Hot on the heels of his “31 Days of Hammer” in January, Jules is at it again in March, treating us to a chronological run through the classic era of British Horror, from the late ’50s to the end of the ’70s, with one review every day for the entire month.
You can check out the rest of our “31 Days of British Horror” by CLICKING HERE.
Starring: Patrick Wymark, Linda Hayden, Anthony Ainley, Simon Williams
Director: Piers Haggard
For its second foray into what would later be called Folk Horror, Tigon Films eschewed the brutal realism of Witchfinder General in favour of portraying a much more subtle, beguiling form of evil.
Blood On Satan’s Claw is a lush, unsettling and often-times perverse tale that started off as an anthology of three stories that was later merged into one single narrative, where the Devil himself builds himself an earthly body using the living skin of children.
In early 18th century England, young Ralph Gower (Barry Andrews) uncovers an inhuman-looking skull with one eye and strange fur on it while ploughing a field. By the time he brings the local judge (Patrick Wymark) to investigate though, it has disappeared.
Slowly, the presence of evil begins to be felt in the town. A young woman (Tamara Ustinov) goes insane with no warning and sprouts a claw, a demonic hand rises up out of a floor, and children who find a strange claw start to behave weirdly, while growing strange patches of fur on their bodies.
The ringleader of the cult is Angel Blake, a seductive teenager who draws more and more children and young people into her games, removing growths of skin or even hands or feet from them to help assemble her master’s body.
Peter Edmonton (Simon Williams) rides to a neighbouring town to find the judge and bring him back to eradicate the evil, but is he too late?
From the very first moments, Blood On Satan’s Claw is a remarkably intense and oppressive film. The raw, muddy field where the skull will be found is blanketed by a dull, overcast sky that adds a layer of claustrophobic pressure that never really lets up.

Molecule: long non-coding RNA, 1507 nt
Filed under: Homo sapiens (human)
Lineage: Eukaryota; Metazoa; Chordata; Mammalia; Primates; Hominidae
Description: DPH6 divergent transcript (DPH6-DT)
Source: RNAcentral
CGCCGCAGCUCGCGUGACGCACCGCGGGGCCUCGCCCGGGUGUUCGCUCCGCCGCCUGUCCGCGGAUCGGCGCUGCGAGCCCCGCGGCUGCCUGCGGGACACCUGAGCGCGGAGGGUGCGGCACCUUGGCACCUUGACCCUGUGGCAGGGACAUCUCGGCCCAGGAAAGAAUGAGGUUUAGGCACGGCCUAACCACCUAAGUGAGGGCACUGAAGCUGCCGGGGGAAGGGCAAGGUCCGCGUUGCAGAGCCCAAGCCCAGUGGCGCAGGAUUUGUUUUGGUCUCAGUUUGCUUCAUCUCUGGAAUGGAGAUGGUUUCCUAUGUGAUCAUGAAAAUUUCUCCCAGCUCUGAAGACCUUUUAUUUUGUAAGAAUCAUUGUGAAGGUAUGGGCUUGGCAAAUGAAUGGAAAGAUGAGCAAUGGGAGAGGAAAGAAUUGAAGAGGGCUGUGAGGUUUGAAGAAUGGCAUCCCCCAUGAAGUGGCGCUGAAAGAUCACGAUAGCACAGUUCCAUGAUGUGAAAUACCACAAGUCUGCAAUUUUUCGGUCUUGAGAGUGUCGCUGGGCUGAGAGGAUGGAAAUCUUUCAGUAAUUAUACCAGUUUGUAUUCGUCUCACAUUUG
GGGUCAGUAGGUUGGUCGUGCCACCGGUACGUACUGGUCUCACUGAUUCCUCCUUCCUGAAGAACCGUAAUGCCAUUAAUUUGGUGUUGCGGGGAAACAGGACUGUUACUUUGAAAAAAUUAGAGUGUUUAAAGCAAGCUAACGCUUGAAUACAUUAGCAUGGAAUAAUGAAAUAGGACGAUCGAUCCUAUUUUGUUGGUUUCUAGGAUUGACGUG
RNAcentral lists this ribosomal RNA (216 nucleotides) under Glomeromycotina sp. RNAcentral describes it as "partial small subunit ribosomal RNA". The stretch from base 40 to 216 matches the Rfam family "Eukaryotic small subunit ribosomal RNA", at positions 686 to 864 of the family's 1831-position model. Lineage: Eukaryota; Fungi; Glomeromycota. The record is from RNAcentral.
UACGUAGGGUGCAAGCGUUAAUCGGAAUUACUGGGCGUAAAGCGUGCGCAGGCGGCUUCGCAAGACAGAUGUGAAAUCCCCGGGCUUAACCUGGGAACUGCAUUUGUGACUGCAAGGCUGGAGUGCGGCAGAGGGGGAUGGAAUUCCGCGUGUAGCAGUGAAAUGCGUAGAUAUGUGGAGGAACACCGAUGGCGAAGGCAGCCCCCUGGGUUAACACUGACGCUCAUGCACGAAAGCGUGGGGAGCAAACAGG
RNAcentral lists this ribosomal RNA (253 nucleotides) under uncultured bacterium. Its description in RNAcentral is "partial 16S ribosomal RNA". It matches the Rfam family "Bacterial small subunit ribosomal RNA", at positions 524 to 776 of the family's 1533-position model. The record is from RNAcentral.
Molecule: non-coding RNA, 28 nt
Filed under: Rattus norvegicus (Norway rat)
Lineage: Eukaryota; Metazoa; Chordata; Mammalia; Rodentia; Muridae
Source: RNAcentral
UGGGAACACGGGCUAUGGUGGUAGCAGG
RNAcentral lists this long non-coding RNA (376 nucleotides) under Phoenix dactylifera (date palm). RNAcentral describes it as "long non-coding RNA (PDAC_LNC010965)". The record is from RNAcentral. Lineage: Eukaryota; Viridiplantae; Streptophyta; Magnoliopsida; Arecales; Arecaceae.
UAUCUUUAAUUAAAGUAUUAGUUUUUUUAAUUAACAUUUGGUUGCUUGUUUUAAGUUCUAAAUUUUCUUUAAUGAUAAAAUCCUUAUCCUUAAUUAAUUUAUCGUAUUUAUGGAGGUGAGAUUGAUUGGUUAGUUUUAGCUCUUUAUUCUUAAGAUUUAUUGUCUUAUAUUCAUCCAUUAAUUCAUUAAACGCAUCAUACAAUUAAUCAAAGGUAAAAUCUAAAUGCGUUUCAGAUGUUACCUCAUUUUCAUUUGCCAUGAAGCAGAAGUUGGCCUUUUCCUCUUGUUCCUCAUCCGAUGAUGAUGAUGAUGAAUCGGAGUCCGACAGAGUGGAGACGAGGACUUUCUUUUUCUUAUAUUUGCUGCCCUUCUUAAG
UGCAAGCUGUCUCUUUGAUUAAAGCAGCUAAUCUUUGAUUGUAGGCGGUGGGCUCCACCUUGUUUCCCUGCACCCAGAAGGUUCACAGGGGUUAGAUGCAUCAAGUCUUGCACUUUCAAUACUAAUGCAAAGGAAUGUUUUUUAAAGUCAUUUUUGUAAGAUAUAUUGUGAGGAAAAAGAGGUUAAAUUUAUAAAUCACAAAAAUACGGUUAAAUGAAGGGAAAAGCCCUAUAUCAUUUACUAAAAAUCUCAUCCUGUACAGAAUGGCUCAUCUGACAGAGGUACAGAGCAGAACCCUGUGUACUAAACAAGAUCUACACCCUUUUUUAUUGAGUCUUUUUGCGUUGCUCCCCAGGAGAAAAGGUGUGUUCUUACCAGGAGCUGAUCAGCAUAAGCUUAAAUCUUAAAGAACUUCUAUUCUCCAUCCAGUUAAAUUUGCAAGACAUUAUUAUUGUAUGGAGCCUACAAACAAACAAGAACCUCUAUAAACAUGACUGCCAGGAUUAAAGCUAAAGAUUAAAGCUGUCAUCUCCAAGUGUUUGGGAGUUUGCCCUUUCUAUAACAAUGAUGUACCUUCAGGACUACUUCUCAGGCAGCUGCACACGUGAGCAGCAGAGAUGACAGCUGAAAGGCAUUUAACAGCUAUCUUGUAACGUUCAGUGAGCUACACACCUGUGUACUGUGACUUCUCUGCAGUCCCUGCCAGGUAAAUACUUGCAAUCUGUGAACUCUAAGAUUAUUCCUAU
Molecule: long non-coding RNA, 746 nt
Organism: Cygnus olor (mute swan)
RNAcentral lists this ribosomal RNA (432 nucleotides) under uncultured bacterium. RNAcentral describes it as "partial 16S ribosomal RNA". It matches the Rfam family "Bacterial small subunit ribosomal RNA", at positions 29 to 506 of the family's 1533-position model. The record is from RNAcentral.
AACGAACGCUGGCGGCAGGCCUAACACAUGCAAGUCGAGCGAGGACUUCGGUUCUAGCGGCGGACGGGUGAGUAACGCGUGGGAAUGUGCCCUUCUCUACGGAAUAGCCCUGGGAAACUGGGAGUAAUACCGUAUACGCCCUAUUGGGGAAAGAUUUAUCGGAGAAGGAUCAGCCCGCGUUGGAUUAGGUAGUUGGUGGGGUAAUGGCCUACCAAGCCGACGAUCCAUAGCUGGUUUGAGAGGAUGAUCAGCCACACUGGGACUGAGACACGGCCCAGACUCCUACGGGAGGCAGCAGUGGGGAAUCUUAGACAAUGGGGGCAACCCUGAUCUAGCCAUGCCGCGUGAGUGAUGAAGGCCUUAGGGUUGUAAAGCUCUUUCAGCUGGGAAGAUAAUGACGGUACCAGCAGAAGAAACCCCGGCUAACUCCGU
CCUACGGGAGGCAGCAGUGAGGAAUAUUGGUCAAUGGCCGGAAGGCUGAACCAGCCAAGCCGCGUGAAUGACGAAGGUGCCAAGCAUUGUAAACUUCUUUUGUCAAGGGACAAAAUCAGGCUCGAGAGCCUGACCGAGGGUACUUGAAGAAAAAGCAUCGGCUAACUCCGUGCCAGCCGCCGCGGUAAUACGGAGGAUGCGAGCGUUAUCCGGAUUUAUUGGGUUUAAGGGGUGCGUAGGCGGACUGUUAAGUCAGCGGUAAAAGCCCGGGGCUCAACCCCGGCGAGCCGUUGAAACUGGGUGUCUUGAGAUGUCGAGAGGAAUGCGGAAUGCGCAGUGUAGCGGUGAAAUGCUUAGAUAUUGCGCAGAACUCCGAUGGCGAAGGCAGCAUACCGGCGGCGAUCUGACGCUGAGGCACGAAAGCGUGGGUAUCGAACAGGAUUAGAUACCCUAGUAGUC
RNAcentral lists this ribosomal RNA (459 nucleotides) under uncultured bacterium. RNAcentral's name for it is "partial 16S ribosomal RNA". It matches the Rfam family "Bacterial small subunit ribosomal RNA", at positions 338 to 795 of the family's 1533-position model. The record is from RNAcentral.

From the off, the presence of Satan is keenly felt, breaking some minds, seducing others, warping and twisting their bodies for his own ends. There’s no ambiguity here, the Devil is real and he’s working through the children.
Even with old hands like Patrick Wymark and Anthony Ainley on hand, the entire film rests on the 17 year-old shoulders of Linda Hayden as the temptress and high priestess Angel Blake and what a performance she gives. Considering her young age, she’s unbelievably commanding and handles everything the script throws at her like a seasoned pro.
Her fully-naked seduction of the wonderfully-named Reverend Fallowfield (Ainley) is powerfully erotic, but with a deliciously malevolent undercurrent as she revels in challenging the holy man’s resolve, while her physical joy at the (deeply upsetting) rape of Sarah (Wendy Padbury) borders on the disturbing. It’s her hidden cat-like smile in her father’s embrace after accusing the Reverend of rape that really chills though. The one man who could stop her is taken off the board and she did it with only a few words.
Like it’s Folk Horror predecessor Witchfinder General, the English countryside is as much of a character as any of the cast, but in subtly different ways. Matthew Hopkins’ world was cold and bleak, all windy hilltops and blasted heaths, the very colour drained out of the landscape.
The England of Blood On Satan’s Claw is one of lush greenery and deep forests, with the centrepiece being the abandoned, ruined church, overgrown and reclaimed by nature itself, which is then reflected in the primal nature that takes root in and gradually takes over the young people.
This Green and Pleasant Land is wild and the children who inhabit it are equally feral, the very antithesis of the Christian ideals of order, chastity and morality.
Beautifully shot by Dick Bush, Piers Haggard’s film doesn’t look or feel quite like anything else, even now. It draws you into a world that is as seductive as it is terrifying and for that, it stands alone, even in the folk horror cycle. It’s a masterpiece and a high point of British cinema that few horror films have ever come close to.
The Writer of this piece was: Jules Boyle
Jules tweets from @Captain_Howdy